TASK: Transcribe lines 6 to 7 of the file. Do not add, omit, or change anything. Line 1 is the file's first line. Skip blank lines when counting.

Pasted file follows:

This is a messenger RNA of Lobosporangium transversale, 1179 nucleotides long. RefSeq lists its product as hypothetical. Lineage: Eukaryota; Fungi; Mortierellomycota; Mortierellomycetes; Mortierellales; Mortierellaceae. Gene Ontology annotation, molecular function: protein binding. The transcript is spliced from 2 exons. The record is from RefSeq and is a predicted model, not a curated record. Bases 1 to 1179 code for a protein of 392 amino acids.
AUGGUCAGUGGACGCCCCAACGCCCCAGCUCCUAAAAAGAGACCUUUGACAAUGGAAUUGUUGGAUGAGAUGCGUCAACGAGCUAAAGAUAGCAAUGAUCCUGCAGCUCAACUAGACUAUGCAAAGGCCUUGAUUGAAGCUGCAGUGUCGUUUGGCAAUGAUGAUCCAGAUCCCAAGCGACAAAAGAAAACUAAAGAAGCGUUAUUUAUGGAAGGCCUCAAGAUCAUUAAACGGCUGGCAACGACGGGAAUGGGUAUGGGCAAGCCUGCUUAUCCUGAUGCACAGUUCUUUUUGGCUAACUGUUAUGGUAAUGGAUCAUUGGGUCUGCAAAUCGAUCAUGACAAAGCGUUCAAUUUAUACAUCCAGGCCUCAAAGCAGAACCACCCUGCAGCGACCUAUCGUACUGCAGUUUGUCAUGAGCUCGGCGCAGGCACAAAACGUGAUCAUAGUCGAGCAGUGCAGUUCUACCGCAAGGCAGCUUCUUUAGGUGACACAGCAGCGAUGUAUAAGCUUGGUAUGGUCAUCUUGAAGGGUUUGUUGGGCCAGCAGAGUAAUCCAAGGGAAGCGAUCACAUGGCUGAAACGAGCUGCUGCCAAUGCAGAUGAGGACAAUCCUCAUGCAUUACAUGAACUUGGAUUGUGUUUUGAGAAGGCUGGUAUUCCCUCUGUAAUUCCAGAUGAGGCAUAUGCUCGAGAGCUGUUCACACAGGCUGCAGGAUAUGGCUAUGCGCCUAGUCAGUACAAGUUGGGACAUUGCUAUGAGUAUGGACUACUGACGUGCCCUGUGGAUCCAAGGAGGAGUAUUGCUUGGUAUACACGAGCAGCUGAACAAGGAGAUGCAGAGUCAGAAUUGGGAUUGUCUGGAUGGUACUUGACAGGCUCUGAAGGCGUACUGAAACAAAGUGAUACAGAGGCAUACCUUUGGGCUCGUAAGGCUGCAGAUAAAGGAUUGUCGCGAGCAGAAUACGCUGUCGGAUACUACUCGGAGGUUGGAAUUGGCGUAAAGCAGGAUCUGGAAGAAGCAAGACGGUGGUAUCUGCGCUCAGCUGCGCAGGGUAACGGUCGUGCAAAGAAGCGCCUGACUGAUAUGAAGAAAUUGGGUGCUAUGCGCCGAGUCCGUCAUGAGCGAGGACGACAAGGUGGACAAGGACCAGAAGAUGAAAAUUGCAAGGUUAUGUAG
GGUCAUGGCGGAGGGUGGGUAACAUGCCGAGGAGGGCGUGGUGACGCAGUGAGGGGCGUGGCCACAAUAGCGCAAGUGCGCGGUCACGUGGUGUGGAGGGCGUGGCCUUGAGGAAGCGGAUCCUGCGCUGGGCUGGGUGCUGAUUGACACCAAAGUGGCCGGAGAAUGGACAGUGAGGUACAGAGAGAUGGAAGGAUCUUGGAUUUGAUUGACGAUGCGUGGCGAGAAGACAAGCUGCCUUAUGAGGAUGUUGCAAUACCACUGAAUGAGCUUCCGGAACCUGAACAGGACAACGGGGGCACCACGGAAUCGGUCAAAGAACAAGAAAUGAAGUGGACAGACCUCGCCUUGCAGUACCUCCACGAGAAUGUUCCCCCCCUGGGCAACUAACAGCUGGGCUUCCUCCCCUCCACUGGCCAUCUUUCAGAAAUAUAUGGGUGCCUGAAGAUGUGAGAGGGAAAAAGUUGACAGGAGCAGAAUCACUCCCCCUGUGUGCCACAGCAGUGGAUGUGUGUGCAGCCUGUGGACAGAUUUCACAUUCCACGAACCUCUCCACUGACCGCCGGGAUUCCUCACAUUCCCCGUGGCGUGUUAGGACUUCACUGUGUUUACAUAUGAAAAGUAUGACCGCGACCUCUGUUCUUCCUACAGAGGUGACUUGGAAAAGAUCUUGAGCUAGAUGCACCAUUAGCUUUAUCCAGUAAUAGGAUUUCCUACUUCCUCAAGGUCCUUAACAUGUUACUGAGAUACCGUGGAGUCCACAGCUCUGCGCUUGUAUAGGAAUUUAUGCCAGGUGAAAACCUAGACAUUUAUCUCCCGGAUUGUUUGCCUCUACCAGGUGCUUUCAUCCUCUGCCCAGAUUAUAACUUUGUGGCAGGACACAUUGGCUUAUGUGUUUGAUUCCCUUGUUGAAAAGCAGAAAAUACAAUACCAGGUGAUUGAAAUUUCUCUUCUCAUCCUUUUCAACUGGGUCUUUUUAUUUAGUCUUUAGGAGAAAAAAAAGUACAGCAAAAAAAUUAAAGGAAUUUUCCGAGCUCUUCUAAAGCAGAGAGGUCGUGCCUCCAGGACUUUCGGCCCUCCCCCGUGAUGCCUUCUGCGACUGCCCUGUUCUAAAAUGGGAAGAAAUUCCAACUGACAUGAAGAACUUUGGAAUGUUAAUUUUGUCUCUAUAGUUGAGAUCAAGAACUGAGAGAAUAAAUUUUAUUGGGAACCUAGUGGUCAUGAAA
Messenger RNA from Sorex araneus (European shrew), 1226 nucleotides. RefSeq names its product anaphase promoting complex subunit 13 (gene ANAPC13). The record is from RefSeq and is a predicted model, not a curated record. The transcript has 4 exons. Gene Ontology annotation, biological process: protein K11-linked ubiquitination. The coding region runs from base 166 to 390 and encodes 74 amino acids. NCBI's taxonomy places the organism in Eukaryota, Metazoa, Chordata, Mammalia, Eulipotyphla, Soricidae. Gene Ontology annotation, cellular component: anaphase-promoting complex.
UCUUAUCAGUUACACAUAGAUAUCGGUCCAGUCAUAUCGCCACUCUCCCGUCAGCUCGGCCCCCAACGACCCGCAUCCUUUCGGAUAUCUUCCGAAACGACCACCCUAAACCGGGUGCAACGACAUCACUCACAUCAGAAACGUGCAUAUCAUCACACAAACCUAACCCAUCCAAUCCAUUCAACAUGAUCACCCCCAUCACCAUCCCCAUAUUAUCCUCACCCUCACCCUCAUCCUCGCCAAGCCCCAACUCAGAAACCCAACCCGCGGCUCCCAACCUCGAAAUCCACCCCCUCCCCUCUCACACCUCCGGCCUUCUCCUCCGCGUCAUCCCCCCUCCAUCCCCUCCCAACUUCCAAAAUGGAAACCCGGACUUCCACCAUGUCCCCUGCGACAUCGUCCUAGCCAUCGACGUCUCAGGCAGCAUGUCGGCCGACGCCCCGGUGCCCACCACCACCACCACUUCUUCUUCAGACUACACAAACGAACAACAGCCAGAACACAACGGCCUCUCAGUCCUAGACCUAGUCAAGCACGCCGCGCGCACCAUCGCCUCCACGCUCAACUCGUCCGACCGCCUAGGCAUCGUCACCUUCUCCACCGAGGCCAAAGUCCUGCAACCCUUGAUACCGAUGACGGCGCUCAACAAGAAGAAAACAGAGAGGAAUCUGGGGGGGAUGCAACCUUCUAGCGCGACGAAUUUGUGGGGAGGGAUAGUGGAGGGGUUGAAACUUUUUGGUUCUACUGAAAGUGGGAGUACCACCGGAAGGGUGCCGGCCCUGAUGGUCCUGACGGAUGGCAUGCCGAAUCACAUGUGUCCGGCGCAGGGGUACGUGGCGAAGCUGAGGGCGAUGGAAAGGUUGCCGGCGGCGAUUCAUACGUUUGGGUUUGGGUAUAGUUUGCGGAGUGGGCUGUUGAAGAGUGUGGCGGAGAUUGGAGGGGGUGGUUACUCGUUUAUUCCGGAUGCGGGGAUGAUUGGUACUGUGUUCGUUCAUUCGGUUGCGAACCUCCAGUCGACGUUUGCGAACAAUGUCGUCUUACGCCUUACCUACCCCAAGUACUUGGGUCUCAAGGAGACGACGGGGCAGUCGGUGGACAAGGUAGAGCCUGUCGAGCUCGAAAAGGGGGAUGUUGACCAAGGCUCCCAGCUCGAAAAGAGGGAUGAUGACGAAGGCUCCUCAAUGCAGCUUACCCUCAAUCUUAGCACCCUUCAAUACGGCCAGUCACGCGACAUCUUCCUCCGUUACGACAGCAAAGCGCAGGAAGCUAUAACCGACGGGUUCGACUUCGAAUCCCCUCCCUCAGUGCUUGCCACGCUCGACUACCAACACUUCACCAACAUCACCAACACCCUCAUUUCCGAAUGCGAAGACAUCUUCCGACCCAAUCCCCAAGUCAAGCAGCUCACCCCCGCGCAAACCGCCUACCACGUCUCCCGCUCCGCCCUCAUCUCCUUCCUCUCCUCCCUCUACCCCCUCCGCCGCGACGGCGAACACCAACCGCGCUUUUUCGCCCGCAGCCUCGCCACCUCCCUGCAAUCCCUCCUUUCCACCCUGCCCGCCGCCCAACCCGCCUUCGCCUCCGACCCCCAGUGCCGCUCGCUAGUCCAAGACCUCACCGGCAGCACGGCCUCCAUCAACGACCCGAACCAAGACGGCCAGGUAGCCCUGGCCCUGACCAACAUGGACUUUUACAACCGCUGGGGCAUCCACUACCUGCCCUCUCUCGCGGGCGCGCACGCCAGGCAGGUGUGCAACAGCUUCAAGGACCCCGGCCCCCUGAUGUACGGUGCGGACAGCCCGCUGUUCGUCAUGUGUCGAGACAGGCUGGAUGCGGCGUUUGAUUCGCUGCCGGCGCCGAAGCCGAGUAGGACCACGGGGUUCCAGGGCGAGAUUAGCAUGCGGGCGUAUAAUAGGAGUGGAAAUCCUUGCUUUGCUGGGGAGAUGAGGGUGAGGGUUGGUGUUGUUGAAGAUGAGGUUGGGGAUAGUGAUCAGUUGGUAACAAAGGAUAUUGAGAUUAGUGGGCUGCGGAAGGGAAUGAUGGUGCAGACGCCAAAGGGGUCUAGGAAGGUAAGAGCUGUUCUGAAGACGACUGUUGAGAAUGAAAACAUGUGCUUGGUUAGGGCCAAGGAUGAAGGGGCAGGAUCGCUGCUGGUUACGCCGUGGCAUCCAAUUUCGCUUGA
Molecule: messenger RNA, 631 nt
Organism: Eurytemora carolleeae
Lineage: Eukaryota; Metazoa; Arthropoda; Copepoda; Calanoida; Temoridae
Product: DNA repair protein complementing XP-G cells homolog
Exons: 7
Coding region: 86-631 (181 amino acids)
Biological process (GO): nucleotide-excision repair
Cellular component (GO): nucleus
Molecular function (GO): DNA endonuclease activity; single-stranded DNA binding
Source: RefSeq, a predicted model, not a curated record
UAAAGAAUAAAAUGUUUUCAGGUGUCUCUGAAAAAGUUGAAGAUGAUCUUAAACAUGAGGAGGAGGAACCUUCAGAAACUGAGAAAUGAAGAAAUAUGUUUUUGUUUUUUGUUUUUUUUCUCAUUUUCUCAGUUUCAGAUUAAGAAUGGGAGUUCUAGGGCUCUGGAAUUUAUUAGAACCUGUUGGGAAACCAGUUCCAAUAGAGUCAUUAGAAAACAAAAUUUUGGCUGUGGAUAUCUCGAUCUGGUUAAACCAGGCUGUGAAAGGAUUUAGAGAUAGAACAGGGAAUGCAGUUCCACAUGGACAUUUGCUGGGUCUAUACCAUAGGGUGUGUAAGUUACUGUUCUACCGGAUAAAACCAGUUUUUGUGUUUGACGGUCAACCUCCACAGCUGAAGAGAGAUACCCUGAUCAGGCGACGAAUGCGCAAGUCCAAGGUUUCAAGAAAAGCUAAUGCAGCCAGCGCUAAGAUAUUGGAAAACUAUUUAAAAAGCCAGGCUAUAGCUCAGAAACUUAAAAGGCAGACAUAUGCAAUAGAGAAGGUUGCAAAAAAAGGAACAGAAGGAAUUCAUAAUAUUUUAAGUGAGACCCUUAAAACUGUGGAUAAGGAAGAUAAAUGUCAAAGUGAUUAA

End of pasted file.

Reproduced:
Molecule: messenger RNA, 631 nt
Organism: Eurytemora carolleeae